There are a number of diseases that go after the leaves of pumpkin plants, and from there to the pumpkin fruit itself. These are called foliar diseases. Quick identification of the problem will guide you to help your plants.
Powdery mildew. It looks just like it sounds. Powdery mildew shows up first on the lower side of the leaves and keeps on moving. It’s a white powdery-looking covering of spores. The spores of powdery mildew can survive in the soil and crop residue and are spread by the wind. Treat it with fungicide as soon as you find it. Remove and dispose of any infected plant material. Do not put infected plants in your compost pile.
Downy mildew. This shows up as yellow spots on the upper surface of the leaves. Cool, wet conditions foster this disease. These spores are spread by the wind, too. Broad spectrum fungicides can help fight downy mildew. If you’re in an area where the weather turns cool and wet late in the growing season, consider planting early season varieties.
Other fungal infections include anthracnose, which starts off as small, light brown spots on the leaves; white speck, which creates tan, diamond-shaped lesions on the leaves and circular white spots on the fruit; and gummy stem blight, which turns leaves and stems brown, eventually killing the plant. The fungus spreads through the soil or the air. Dispose of all diseased plants. Do not put them in your compost pile. And always, always—rotate your crops. Don’t plant pumpkins in the same spot two years in a row.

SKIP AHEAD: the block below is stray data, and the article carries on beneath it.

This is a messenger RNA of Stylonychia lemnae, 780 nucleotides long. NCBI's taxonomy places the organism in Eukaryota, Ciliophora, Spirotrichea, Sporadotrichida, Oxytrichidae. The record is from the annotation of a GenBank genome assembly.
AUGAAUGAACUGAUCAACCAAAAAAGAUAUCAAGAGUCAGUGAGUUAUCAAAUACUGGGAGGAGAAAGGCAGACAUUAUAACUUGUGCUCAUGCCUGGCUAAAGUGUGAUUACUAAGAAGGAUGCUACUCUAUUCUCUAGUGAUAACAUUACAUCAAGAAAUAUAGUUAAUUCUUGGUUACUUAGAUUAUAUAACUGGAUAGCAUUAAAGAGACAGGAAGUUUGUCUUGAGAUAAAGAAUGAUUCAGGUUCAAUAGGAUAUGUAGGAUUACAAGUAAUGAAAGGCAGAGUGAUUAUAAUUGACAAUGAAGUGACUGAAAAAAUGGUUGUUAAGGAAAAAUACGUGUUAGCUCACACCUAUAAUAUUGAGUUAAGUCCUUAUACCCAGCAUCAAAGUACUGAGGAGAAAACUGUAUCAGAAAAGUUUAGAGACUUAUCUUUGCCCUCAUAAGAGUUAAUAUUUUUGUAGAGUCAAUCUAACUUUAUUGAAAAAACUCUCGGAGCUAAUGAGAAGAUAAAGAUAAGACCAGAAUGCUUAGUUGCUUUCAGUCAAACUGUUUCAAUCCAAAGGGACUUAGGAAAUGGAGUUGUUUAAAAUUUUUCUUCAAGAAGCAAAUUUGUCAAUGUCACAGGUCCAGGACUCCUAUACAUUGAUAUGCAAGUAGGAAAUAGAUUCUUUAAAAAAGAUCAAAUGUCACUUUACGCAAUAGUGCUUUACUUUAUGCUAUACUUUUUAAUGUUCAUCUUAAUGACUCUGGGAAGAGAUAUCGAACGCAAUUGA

Now let’s take a look at our insect adversaries, shall we?
Squash bugs. These critters live in large groups and feed on your pumpkin plant’s leaves. Pick them off.
Squash vine borers. First, they tunnel into the plant near the base of the stem. Then they lay eggs. When the eggs hatch (seven to 10 days), the borer larvae eat the delicate inner tissue of the stem, cutting off the flow of water and nutrients to the rest of the plant. If you see something that looks like sawdust at the base of your plant, take a closer look. It is possible to surgically remove the larvae by slicing the stem, removing the larvae, then bandaging the stem with breathable tape from your first aid kit.
Other pumpkin pests include cucumber beetles, aphids, seed corn maggots, and spider mites. Scouting is your first defense against these pests.
The Best Defense is Planning
Pests and disease can really wreak havoc on your pumpkin crop (and that was just a sampling!). But there are some things you can do to give your pumpkins the best chance at making it to harvest:
- Rotate your crops. Don’t plant pumpkins (or pumpkin cousins like cucumbers or squash) in the same place two years in a row. Try to give that area at least three years off from growing cucurbits.
- Survey your soil. Make sure you have good soil drainage and plenty of good air circulation.
- Resist. Pick pest- and disease-resistant varieties to improve your chances of a successful crop.
Have any of these diseases or pests afflicted your pumpkin plants? How did you handle the affliction? Please tell us your best strategies for combating diseases and pests in your pumpkin patch.